• Katy September 19, 2011, 11:59 am

    Thank you so much for stopping to help. That’s awesome!
    I recently took my daughter to the zoo while very pregnant with number two. Someone made a snide comment about what would happen if I ‘popped’ and how I’d make a worse mess than the apes we were looking at. I just said I’d rather have a monkey around at the birth than some insenstive jerk like him. That cleaner is lucky there weren’t more pregnant women or women who just went through childbirth around, because one might have dunked him in the dirty water bucket.

  • Twik September 19, 2011, 12:06 pm

    One truly, truly hopes that the cleaner was fired after this. Or else, faced the next day with a day care field trip of 20, all suffering from acute stomach flu.

  • Caper September 19, 2011, 12:10 pm

    Wow, I hope security or someone at least spoke to this guys supervisor / boss. He was a real jerk !

    Yeah, it sucks to clean up messes but what else do you think you would do under the job title of janitor ? And I’m sure there are people out there who would say “Maybe he was having a bad day.” But I don’t buy that excuse. I never do. A bad day to me, is never an excuse for being rude to someone for no reason.

    How awesome of that woman though, to send you a thank you letter. You did a really good thing and the people you helped were very grateful.

  • K September 19, 2011, 12:14 pm

    Well, the woman has you and security around her. Why would passer-bys get involved? You can’t have it both ways. Either give her privacy or call attention to her, which one do you want? Besides, it’s just labor. It goes on for hours and there’s no need to get all worked up.

    Why don’t you report that jerk to management?

  • Leslie Holman-Anderson September 19, 2011, 12:31 pm

    OP, you are a true human being! You single-handedly changed that young woman’s birthing experience from a nightmare she’d prefer not to remember to one she’ll look back on with warmth. She’ll tell her daughter how ‘you were almost born in the mall’ and the daughter, too, will know your name and how kind you were. Your kindness has made you immortal.

    But don’t be too hard on the passers-by. You sound like an unusually resourceful and take-charge sort of person. Most people are not equipped to deal with messy bodily emergencies — they’ll attack a burning car to drag a person out, but a woman in labor fills them with a combination of repugnance and helplessness. And besides, they could see that someone was already dealing with it: you.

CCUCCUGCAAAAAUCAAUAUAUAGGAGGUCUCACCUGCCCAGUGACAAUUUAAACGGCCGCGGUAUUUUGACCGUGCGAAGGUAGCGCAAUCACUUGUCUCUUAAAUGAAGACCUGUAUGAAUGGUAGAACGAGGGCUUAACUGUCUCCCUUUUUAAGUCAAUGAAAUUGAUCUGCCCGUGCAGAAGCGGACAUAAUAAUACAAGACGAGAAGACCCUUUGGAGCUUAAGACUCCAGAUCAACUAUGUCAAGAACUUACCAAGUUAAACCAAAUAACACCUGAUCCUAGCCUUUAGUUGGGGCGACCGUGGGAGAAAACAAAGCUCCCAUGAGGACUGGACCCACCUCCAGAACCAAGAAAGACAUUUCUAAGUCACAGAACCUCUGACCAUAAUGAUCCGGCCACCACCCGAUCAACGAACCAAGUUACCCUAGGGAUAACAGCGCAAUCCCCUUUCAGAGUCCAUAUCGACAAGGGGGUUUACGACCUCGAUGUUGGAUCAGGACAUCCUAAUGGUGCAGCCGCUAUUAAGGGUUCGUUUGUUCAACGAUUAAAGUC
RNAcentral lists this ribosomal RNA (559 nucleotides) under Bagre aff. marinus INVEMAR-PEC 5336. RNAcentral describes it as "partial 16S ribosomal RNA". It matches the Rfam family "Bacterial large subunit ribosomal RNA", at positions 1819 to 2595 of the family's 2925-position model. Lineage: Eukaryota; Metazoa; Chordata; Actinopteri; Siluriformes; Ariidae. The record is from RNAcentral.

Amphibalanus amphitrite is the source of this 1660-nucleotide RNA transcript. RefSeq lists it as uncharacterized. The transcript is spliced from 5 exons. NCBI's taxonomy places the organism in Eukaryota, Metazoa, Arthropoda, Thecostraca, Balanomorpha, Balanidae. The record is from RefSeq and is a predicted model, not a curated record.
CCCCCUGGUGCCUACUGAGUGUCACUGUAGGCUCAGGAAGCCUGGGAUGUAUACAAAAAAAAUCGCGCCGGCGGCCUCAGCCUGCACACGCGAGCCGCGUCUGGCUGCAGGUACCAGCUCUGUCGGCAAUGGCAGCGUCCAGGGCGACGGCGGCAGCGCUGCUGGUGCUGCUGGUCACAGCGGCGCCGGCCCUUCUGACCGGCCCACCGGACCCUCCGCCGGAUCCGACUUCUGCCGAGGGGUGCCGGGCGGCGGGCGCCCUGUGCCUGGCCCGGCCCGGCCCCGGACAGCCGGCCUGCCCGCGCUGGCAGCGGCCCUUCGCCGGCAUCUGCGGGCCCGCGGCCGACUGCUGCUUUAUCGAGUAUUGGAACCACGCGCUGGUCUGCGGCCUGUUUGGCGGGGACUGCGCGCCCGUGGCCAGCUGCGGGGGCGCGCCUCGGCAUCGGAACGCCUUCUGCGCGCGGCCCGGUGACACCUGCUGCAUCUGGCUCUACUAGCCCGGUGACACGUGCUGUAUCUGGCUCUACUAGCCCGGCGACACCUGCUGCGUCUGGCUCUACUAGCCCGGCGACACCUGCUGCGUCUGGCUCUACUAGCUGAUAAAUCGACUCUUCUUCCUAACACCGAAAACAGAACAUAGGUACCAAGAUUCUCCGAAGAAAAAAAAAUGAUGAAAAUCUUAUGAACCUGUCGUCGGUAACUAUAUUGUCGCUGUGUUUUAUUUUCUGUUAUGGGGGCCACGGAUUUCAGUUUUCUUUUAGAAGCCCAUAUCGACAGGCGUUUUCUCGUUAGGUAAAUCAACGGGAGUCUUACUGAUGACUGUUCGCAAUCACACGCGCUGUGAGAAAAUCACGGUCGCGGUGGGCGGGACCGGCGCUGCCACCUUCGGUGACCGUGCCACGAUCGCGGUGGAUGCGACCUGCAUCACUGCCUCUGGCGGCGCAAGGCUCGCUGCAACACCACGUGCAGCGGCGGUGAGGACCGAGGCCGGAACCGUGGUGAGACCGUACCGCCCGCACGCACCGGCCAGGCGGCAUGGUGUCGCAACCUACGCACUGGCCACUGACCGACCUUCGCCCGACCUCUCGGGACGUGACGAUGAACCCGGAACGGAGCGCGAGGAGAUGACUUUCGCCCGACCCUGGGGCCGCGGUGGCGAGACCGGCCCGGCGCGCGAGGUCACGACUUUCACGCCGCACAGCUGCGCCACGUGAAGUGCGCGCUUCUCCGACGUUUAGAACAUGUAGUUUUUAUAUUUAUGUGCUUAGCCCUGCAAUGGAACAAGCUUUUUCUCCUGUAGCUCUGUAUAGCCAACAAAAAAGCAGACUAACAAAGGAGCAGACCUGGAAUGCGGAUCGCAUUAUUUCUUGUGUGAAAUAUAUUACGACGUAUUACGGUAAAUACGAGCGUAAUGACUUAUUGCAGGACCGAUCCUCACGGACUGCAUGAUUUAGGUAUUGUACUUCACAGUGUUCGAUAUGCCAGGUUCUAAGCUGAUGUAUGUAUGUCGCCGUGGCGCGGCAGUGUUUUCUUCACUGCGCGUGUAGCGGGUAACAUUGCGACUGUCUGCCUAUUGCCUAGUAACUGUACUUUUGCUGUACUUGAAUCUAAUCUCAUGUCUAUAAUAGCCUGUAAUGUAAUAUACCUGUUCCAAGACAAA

• Jay September 19, 2011, 1:02 pm

    Pretty sure I would’ve tried to have the janitor fired afterward. Argh!

  • --Lia September 19, 2011, 1:06 pm

    How old was the cleaner? The only way I can excuse him is if he was in his teens and maybe working as a cleaner as some sort of community service project. That’s the only way I can explain possibly his not knowing how child birth works and feeling like the whole world was against him.

    As for the people who didn’t stop to help, that’s more understandable. As soon as they knew that an ambulance had been called and she had someone with her, there wasn’t much more they could do. They may have thought the best way to give her privacy was to keep walking and not gawk.

  • Shiksagoddess September 19, 2011, 1:13 pm

    You did a great job! I volunteer as a part-time first responder, and I could not have done a better job. Kudos to you! I cannot imagine how frightened and alone that poor young woman must have felt.

    There are several psychological studies that indicate in an emergency situation, a person is more likely to help out when they are alone, than when there are many people about. Sort of a “YOU handle this” or “let someone else handle this” mentality.